Finance Secretary Benjamin Diokno underscored the need to pass the proposed mining bill that aims to streamline taxes on the sector to attract foreign investors.
Diokno said that based on his observations during the economic team’s recent economic briefings and international roadshows, foreign investors were looking at projects on renewable energy, telecommunications, digitalization and mining.
“That is why the mining law is very important. Because until we approve that, there will be uncertainty, especially on the mining taxation regime. If that is approved, they [investors] will study it. How does it compare with other countries,” Diokno said.
The House Ways and Means Committee earlier approved on a bill establishing a fiscal regime for the mining sector, which will impose a margin-based royalty and windfall profits tax on miners. Large-scale metallic mining operations within mineral reservations will be slapped a 3-percent royalty rate of the gross output of minerals or mineral products extracted while those outside mineral reservations will be taxed with a margin-based royalty on income from metallic mining operations.
Small-scale mining operations will be imposed a royalty rate equivalent to 1/10 of 1 percent of gross output of minerals or mineral products extracted or produced pursuant the People’s Small-scale Mining Act of 1991.
Meanwhile, Diokno said investment pledges from other countries would not happen overnight. Trade Secretary Alfredo Pascual earlier said only nine projects were realized so far out of the 130 projects from the investment leads secured during the foreign trips of President Ferdinand Marcos Jr.
“We can’t expect that to happen overnight… In fact, during our conversation in the Middle East, they wanted specific projects, big projects. So that requires extensive due diligence… And they will have to look closely who will be the partners [for the projects]. So don’t expect that to happen overnight,” Diokno said.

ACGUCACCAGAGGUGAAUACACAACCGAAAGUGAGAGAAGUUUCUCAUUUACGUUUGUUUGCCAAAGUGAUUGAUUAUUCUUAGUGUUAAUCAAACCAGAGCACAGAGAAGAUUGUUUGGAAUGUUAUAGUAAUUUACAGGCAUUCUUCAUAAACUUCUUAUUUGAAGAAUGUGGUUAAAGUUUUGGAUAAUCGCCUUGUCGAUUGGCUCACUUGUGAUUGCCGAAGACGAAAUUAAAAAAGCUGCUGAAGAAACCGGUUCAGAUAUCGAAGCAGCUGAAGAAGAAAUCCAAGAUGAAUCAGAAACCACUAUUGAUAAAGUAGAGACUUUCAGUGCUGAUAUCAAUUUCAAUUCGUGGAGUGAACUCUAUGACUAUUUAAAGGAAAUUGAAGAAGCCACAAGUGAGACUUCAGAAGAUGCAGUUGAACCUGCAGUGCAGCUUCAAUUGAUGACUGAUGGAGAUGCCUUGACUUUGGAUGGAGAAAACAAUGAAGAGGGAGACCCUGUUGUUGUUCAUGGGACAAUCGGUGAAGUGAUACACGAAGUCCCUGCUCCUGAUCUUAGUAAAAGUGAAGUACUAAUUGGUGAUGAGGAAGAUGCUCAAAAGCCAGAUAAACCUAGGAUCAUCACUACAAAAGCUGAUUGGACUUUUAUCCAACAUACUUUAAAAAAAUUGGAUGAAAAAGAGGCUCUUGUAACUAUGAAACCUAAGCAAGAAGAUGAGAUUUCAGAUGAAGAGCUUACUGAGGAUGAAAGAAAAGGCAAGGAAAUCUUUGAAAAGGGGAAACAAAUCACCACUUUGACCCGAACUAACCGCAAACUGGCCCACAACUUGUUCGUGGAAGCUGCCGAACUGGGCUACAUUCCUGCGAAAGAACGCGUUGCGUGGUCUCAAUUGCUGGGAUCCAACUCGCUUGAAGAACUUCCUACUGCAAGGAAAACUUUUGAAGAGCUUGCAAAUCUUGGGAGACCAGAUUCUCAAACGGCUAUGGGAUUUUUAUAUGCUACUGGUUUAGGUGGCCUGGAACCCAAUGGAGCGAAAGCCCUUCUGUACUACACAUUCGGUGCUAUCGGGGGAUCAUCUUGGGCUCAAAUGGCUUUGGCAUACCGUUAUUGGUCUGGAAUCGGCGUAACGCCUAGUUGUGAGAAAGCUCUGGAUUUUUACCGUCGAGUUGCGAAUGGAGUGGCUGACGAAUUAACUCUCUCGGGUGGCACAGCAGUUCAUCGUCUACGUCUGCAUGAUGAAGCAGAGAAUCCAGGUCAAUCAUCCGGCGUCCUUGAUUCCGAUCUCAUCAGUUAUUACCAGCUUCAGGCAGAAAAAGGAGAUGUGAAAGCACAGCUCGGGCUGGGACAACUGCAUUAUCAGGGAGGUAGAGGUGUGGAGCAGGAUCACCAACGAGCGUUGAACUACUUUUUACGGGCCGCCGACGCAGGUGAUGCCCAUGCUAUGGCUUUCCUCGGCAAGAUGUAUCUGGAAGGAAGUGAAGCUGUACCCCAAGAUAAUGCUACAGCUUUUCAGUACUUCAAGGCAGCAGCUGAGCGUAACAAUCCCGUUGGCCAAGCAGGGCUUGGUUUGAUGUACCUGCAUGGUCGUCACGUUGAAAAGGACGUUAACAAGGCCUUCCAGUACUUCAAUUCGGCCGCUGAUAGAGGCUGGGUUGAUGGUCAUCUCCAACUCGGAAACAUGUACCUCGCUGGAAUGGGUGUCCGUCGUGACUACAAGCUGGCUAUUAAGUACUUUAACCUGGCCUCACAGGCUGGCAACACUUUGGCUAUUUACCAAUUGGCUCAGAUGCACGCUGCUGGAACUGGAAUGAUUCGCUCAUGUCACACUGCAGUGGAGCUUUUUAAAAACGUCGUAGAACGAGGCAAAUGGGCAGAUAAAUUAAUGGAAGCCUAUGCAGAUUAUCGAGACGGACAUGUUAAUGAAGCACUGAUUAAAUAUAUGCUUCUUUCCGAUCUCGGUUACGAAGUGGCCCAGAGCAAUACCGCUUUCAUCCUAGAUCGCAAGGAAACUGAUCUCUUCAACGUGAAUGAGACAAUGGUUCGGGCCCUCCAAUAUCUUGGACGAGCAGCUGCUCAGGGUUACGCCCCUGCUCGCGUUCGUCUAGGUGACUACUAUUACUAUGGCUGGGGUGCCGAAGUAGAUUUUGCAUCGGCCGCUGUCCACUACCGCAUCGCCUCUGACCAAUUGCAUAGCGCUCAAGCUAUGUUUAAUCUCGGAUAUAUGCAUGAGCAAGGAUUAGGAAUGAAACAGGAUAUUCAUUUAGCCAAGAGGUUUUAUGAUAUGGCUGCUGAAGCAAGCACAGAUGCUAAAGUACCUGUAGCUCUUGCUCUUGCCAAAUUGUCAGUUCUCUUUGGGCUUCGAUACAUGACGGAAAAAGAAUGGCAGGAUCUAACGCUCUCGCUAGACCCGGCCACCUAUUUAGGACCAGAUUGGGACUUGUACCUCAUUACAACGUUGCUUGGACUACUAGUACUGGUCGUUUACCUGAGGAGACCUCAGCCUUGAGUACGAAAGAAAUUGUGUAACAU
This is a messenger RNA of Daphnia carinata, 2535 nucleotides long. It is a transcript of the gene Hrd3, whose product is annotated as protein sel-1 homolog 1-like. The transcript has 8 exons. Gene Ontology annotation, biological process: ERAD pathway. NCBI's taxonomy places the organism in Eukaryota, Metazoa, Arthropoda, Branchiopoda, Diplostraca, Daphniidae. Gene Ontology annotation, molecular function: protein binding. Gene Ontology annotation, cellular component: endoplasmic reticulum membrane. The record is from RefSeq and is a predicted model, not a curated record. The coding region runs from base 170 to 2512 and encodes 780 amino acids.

Diokno said the realization of these investment pledges also depends on the “atmosphere” or business environment.
“Because if the business environment is better in other countries, they will go there. But they recognized that Southeast Asia is really the growth center. Southeast Asia will be the source of growth for the coming years. For instance, India and Vietnam are attractive destinations. So we have to compete with these countries,” Diokno said.
“It is not enough to just invite them to come and forget afterwards. They want a personal relationship. For example, my experience during the past administration was that we had constant visits in Japan every six months… We had constant interactions. I think that should also be done in the Middle East. We have to deal with them at the highest level,” Diokno said.
Diokno said two of the usual concerns of foreign investors in the Philippines are the ease of doing business and the high cost of power.